The rules, and intent, of a game have a direct impact on the decisions made. It is really difficult, and not always useful, as a person to 'pretend'. You have to actually believe the thing you are pretending is true.
A pet peeve of mine is when someone says 'think like an owner'. My internal response is, 'I can only think like an employee trying to think like an owner'. So if you want someone to think like an owner, make them an owner. That is one of the reasons I am a fan of Universal Basic Income. If seen as a dividend on Communal Wealth, it genuinely gives everyone an inalienable ownership stake in society.
An example of the rules affecting the decisions is Investment Clubs. Someone can be told to pick a business 'with a long-term philosophy' for a 12-month game. 12 months is not a long-term. In order to win the game, you either have to smash the ball out of the park or you will lose. Over the long-term, the people who typically amass think a little like Buffett's 'concentrating on identifying one-foot hurdles that we could step over rather than ... acquiring any ability to clear seven-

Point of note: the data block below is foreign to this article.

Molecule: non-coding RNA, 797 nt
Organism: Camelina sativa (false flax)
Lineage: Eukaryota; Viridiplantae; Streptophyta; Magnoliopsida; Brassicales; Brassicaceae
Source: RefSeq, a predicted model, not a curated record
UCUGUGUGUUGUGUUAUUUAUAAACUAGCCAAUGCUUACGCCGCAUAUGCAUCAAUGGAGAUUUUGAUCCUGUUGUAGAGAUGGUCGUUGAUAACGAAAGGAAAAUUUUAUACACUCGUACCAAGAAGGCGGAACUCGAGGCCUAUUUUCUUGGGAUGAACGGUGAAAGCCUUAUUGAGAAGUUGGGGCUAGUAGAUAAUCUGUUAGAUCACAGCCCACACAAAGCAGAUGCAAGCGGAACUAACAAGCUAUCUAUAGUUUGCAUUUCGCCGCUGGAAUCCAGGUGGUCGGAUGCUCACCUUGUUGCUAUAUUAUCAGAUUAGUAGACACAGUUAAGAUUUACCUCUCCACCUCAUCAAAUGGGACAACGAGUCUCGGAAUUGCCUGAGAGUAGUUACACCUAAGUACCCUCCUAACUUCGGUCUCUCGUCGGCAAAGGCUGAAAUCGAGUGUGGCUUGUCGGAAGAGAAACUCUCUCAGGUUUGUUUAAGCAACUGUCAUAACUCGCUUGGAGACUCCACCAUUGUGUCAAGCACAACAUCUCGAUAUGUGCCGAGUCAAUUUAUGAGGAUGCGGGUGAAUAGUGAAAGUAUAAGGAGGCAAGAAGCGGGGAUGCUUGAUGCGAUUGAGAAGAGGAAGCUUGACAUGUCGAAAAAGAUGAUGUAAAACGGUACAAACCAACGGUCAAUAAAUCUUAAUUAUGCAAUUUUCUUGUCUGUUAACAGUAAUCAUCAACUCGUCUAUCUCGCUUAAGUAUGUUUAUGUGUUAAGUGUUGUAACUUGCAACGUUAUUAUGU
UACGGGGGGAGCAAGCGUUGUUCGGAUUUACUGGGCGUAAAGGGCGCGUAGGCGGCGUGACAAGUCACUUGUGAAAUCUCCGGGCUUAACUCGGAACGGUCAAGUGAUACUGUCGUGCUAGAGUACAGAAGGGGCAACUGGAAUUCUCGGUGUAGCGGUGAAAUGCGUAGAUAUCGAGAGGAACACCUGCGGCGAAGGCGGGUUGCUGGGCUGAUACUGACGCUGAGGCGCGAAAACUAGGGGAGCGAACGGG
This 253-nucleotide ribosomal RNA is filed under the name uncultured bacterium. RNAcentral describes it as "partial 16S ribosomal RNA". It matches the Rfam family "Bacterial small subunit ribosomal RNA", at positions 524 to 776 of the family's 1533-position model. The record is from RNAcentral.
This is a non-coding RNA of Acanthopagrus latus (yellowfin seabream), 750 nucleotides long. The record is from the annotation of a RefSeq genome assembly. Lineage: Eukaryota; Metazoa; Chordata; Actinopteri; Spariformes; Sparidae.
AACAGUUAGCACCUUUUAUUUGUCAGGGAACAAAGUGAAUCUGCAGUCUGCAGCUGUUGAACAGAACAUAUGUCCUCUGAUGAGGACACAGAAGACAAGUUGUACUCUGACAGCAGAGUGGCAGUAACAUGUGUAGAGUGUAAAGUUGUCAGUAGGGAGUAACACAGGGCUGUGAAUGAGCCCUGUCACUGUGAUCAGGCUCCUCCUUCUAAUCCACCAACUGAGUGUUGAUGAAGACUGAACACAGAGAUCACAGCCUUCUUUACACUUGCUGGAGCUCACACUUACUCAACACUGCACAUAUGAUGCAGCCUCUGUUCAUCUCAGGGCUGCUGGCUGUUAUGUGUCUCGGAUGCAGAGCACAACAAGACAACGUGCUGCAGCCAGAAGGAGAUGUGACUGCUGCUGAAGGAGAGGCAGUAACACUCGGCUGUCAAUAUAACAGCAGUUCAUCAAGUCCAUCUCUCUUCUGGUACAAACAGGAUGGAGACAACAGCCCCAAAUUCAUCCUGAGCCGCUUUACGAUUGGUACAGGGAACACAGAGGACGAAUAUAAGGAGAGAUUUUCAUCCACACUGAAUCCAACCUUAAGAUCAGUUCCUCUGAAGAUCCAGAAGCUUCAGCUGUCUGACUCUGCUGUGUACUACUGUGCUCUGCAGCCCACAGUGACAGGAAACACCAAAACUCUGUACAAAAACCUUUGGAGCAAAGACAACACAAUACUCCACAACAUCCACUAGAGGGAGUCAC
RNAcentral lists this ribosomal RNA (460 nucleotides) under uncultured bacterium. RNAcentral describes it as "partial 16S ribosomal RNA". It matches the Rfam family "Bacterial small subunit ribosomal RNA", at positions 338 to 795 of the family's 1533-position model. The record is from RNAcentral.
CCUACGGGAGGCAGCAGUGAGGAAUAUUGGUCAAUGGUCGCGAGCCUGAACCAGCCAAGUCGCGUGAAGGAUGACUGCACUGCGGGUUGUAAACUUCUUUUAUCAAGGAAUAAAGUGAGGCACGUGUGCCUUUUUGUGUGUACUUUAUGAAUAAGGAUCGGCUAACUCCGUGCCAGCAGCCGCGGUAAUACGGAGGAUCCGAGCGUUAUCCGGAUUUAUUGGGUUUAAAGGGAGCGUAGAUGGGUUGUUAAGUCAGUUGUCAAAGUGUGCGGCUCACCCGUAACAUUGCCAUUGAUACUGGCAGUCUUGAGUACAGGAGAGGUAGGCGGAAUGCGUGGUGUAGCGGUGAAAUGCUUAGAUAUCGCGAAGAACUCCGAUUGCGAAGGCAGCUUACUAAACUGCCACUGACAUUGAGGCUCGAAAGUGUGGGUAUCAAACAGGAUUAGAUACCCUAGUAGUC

footers.' The person who wins the 12-month game is not necessarily the person who followed the intent.
12h 06m after starting the 89km Comrades Marathon (2016)
Endurance is a vital aspect of wealth creation. It isn't about short-term wins. It is often more about avoiding stupidity than being particularly clever. As Seth Klarman says, 'The real secret to investing is that there is no secret to investing. Every important aspect of value investing has been made available to the public many times over, beginning in 1934 with the first edition of Security Analysis.' Like eating healthily and staying fit, the challenge isn't in knowing what to do. It is in actually doing it. It is in building up the capacity not to stop doing it. That is far more about Emotional Intelligence than any particularly profound insight.
It all starts with knowing your intent. Believing your intent. Then putting that into practice.